The Consumer Federation of America is calling for federal and state officials to investigate auto insurance companies’ use of ZIP codes in setting rates, following a Bankrate report published Thursday.
We gathered online quotes for six-month premiums from three leading insurers in 10 major U.S. cities, using a pair of neighboring addresses in each city to get quotes for three hypothetical profiles: a 30-year-old man, a 30-year-old woman, and a 45-year-old couple with two driving teens living at home.
The research revealed that all other things being equal, including a clean driving record, deductibles and liability limits, a driver’s ZIP code may determine what he or she pays for auto insurance.
The survey findings and analysis can be found here.
Group: What else explains the differences?
“(W)hatever differences there might when comparing dense neighborhoods with sparsely populated communities cannot account for dramatic price differences being charged to drivers on different sides of a street,” the federation says in a statement released Friday.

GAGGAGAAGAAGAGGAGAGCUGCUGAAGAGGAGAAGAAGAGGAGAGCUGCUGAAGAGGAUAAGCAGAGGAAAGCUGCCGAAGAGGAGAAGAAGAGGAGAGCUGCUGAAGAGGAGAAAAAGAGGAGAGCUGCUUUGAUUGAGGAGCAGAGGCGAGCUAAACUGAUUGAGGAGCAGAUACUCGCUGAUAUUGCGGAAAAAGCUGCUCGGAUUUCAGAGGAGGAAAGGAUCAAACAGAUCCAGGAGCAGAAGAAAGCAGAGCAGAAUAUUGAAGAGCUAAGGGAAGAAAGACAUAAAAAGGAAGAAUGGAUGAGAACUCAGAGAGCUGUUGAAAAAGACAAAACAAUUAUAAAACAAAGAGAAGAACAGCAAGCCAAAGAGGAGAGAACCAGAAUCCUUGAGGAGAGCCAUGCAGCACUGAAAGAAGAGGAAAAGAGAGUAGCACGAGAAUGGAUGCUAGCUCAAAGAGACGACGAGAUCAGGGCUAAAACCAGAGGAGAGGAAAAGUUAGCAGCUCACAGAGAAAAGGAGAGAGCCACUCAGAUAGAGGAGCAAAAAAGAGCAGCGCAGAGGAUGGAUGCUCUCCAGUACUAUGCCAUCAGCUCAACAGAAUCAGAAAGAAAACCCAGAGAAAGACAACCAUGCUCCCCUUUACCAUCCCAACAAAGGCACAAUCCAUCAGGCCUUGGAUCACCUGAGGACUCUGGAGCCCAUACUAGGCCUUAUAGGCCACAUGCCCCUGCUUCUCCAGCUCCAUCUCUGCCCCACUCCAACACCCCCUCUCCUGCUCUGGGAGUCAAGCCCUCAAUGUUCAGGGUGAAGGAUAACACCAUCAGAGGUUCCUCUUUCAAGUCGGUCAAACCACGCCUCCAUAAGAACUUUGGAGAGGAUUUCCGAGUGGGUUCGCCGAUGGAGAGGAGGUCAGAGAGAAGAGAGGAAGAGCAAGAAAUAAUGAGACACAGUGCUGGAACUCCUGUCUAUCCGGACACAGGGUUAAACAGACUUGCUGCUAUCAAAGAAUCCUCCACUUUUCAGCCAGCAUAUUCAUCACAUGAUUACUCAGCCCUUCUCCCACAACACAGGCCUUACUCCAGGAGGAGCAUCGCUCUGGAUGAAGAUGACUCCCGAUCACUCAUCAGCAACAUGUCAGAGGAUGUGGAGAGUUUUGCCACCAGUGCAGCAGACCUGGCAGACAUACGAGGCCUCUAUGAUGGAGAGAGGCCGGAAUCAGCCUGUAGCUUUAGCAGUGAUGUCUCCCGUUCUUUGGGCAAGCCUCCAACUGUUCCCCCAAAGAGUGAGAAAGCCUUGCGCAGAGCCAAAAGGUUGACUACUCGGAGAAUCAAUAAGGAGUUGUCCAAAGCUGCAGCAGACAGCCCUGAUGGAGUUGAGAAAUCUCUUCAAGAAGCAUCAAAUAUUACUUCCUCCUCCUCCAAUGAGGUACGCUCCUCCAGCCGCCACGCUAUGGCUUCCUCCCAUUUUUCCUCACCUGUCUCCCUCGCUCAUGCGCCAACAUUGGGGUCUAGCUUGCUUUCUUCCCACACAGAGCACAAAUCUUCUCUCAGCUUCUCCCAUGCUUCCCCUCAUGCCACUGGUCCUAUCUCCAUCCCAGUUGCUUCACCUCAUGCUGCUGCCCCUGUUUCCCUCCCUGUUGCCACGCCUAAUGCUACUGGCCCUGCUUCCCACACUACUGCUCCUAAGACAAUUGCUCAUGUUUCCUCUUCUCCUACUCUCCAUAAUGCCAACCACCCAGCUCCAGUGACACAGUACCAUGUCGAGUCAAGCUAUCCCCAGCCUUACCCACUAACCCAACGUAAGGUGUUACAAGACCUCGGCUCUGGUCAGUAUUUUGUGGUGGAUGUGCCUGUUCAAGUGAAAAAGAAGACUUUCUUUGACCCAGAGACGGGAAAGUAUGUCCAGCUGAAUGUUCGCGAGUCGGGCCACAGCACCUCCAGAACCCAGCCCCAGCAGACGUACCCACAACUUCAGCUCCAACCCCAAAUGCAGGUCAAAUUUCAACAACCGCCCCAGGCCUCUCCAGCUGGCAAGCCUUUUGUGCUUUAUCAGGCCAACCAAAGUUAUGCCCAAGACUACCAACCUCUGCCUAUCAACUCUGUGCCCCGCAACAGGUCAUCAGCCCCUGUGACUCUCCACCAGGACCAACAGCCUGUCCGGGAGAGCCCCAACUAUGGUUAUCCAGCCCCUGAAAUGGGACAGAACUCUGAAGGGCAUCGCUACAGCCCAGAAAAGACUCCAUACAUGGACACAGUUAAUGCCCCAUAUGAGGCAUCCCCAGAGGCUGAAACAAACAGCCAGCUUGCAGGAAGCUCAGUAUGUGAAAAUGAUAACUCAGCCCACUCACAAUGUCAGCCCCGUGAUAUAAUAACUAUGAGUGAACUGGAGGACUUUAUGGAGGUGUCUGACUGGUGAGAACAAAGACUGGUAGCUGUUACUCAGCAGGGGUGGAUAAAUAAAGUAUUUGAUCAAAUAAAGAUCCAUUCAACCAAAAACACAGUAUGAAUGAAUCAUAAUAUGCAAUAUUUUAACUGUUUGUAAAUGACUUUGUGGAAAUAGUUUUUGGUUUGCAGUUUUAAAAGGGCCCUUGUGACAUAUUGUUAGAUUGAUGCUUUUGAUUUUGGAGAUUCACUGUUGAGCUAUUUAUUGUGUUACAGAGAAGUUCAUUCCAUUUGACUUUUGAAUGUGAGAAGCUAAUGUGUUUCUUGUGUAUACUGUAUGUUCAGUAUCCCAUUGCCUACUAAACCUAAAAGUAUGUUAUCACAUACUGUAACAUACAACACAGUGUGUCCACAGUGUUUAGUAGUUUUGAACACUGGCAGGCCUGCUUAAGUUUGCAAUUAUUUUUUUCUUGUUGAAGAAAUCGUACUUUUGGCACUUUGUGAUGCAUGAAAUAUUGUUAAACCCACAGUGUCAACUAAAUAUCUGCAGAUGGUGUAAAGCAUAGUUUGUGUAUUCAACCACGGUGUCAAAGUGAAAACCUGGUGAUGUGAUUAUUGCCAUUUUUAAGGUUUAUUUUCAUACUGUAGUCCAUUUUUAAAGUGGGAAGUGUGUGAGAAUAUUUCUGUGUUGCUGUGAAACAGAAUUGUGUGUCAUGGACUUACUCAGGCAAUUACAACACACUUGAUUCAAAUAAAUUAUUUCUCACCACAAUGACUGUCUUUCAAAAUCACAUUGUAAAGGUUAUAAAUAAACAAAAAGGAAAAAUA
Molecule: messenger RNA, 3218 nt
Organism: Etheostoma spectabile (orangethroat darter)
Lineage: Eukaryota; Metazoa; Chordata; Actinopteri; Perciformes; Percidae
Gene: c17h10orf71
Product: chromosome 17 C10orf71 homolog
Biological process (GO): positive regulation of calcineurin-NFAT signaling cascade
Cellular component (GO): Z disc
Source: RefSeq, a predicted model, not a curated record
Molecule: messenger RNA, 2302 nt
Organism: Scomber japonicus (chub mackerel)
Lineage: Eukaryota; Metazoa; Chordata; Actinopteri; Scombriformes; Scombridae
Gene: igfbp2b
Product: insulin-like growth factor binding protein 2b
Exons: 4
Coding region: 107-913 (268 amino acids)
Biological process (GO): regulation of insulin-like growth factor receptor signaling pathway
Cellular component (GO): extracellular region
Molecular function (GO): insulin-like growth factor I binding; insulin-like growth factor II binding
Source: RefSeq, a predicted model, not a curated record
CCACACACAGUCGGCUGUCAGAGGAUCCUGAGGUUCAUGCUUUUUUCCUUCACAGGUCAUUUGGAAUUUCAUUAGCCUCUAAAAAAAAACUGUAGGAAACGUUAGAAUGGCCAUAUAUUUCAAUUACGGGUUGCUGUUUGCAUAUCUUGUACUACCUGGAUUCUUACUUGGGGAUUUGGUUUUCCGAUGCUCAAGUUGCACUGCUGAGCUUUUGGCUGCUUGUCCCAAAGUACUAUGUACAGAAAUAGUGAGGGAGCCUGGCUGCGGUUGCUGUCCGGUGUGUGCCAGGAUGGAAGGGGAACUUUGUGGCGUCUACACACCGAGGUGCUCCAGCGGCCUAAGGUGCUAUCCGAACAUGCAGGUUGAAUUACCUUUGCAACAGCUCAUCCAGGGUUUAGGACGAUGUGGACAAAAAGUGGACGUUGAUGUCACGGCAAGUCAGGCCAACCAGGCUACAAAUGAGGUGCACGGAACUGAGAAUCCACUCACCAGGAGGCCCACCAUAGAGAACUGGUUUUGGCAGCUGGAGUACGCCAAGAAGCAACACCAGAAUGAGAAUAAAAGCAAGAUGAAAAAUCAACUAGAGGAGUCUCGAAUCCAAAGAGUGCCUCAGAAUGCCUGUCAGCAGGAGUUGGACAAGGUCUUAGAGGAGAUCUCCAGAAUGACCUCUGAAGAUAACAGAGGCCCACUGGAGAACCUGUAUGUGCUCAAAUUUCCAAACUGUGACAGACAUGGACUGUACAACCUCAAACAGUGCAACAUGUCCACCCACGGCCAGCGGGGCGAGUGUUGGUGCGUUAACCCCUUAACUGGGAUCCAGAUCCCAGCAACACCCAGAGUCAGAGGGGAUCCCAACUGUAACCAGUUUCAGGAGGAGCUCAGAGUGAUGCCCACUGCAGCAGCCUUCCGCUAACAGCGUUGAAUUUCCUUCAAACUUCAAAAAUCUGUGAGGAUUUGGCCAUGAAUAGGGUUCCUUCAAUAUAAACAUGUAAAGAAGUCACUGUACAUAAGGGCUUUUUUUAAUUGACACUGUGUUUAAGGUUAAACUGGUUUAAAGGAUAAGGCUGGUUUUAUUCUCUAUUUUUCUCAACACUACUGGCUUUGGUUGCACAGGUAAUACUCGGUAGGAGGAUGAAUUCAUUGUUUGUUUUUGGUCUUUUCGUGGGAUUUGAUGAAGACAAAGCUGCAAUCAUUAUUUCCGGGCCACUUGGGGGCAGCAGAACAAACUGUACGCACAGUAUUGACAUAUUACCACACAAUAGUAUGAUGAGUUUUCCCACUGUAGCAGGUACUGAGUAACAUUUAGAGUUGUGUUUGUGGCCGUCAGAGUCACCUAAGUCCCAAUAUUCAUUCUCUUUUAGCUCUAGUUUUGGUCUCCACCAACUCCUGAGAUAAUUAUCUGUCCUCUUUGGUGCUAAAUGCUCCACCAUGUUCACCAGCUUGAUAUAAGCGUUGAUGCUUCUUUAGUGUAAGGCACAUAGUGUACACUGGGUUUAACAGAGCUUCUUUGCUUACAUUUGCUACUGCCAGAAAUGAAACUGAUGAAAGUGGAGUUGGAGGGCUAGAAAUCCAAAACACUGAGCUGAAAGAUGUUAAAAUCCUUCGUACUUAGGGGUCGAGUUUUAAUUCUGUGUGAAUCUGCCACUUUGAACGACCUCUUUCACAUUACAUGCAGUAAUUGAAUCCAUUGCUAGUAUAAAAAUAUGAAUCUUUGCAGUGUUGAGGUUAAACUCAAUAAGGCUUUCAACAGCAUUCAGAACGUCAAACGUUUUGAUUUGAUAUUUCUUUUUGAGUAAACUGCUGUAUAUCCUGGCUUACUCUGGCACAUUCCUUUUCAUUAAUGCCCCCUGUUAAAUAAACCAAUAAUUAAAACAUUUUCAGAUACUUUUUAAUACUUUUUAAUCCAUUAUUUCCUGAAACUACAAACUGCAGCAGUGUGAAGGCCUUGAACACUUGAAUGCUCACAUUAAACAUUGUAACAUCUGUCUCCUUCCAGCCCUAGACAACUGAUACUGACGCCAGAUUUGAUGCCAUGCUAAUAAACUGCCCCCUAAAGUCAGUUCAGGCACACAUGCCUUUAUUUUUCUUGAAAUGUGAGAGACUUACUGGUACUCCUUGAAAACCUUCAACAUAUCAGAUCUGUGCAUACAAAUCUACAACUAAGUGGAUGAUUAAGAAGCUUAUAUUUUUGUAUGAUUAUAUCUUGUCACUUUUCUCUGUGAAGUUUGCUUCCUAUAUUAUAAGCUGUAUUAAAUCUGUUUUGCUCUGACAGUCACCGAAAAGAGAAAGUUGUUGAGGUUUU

In the most extreme examples, a 30-year-old man could pay 64 percent more for the same coverage with one insurance company in Chicago, for addresses less than a half-mile apart. Quotes varied by 58 percent with one insurer in New York for the same hypothetical profile at homes 1.6 miles from each other.
When asked about the importance of ZIP codes in setting rates, the insurance industry told Bankrate that ZIP codes don’t drive rates, but “the frequency and the cost of accidents” in certain areas do.
However, insurance regulators said your ZIP code matters, but it’s just one of many factors that determine rates.
“State laws require that every driver has to buy auto insurance, no matter where they live,” Stephen Brobeck, the federation’s executive director, says in the statement. “So how can it be fair that insurers charge the same person radically different rates for moving just a few blocks away?”
A call for change
The consumer federation is pushing for consumer protection laws to be implemented that ensure a driver’s annual mileage and safety record are weighed more heavily than a ZIP code when determining auto insurance rates.
Here are five of the biggest car insurance myths you should ignore.
Follow me on Twitter @CrissiPonder.